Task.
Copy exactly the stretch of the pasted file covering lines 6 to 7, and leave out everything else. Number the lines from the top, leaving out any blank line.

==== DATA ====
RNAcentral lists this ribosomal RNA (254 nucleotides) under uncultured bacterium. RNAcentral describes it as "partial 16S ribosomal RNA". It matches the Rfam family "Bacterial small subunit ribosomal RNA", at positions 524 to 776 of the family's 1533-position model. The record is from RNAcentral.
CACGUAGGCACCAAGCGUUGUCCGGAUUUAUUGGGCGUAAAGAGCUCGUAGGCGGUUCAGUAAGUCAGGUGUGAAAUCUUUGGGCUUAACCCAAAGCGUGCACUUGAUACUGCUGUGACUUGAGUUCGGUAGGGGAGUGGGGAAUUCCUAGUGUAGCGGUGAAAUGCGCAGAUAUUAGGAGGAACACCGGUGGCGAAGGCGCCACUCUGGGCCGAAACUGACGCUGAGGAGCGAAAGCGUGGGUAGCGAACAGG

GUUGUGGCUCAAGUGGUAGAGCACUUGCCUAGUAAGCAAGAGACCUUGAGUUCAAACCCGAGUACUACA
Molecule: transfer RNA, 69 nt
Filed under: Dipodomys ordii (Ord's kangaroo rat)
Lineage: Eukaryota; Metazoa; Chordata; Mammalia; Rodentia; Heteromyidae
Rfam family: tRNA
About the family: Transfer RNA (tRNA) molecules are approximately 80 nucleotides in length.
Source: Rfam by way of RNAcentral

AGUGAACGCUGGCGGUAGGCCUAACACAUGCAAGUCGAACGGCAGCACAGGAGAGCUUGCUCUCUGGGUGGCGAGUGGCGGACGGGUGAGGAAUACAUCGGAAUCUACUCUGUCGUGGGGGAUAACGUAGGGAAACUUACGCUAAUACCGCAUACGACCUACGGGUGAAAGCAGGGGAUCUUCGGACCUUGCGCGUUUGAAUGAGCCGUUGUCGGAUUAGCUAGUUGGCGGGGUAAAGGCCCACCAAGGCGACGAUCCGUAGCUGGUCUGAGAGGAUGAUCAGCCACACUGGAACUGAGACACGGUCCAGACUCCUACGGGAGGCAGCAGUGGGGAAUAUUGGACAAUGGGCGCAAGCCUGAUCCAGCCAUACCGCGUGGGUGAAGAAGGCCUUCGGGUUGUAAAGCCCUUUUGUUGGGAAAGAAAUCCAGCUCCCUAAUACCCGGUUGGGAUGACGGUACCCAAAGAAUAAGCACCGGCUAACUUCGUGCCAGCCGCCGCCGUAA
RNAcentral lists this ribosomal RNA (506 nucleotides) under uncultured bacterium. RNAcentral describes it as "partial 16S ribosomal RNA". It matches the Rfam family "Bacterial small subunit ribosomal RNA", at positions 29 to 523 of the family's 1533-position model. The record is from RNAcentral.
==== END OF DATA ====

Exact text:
Lineage: Eukaryota; Metazoa; Chordata; Mammalia; Rodentia; Heteromyidae
Rfam family: tRNA